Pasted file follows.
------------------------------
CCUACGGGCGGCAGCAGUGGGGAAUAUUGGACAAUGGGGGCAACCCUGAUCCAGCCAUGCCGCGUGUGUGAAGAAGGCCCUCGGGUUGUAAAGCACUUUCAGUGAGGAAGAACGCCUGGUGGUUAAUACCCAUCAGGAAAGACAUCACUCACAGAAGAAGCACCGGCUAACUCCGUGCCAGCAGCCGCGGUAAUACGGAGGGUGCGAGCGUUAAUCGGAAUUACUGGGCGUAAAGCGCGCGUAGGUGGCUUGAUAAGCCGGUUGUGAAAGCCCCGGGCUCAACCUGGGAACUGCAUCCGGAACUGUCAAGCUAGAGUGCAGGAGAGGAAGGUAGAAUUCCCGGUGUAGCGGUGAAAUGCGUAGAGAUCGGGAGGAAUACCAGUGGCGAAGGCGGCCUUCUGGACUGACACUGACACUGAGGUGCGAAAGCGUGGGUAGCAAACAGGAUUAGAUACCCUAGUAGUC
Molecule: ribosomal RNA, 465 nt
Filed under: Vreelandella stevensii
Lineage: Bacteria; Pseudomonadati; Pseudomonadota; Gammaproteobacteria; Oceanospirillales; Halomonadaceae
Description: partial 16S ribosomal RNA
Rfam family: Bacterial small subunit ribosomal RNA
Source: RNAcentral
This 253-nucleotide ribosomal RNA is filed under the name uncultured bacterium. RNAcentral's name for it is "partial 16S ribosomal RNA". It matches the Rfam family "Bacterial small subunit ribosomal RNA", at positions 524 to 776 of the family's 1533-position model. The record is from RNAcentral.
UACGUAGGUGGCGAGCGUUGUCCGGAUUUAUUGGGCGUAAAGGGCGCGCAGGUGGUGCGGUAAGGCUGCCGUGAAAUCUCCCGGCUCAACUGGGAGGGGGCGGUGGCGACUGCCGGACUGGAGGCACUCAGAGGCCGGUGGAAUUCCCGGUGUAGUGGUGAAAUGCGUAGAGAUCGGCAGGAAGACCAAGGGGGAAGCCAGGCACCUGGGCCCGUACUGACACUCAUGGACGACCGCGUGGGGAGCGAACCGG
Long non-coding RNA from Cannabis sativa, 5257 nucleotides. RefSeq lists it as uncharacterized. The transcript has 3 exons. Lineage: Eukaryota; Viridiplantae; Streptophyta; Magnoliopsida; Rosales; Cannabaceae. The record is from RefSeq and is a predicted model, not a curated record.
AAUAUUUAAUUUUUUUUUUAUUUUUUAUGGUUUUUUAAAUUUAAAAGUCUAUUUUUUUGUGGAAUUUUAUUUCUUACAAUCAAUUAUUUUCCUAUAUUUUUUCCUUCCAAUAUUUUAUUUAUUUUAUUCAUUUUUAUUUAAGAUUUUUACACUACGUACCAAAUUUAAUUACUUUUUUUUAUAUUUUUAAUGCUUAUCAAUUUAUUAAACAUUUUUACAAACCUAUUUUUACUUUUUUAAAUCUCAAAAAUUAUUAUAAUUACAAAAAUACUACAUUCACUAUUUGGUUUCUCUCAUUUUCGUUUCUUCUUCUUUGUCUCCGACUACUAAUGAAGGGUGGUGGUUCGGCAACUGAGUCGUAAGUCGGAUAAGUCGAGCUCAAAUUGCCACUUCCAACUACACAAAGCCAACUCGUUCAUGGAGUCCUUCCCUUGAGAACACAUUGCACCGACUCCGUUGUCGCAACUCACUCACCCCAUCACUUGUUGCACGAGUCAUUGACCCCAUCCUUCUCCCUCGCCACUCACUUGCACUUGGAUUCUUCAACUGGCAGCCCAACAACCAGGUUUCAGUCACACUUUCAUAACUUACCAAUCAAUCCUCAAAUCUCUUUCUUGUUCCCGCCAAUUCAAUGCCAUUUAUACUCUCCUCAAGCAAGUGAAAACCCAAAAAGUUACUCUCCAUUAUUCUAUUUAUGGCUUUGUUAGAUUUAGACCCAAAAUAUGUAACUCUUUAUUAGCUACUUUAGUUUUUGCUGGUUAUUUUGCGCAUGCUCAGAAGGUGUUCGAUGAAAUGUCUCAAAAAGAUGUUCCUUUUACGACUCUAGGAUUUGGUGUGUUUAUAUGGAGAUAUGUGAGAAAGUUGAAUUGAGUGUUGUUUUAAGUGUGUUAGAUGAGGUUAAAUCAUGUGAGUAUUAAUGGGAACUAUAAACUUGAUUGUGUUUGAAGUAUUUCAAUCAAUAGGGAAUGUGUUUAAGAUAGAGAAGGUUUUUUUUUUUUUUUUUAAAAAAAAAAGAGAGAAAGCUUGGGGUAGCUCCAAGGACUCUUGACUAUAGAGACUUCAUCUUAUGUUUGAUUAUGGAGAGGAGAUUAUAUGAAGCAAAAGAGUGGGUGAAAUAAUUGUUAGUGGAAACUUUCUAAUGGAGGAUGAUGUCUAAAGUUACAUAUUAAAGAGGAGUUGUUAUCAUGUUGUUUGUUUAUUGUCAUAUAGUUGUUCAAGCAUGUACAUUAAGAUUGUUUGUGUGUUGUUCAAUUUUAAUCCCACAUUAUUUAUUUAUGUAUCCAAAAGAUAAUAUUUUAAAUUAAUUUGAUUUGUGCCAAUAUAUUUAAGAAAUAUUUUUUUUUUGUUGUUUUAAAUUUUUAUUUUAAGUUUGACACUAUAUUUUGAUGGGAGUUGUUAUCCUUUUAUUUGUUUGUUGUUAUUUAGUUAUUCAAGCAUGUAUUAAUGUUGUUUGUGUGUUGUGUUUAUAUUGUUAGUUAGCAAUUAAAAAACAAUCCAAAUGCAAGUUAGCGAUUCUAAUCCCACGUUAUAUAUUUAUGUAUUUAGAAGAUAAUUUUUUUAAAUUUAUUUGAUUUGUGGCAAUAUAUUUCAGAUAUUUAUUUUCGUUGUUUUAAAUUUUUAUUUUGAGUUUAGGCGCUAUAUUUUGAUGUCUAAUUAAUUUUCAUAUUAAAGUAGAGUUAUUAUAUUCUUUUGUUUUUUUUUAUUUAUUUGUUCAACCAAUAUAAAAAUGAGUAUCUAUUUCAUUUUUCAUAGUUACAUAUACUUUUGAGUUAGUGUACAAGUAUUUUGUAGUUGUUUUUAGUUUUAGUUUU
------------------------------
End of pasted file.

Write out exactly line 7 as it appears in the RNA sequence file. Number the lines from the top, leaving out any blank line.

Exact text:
Source: RNAcentral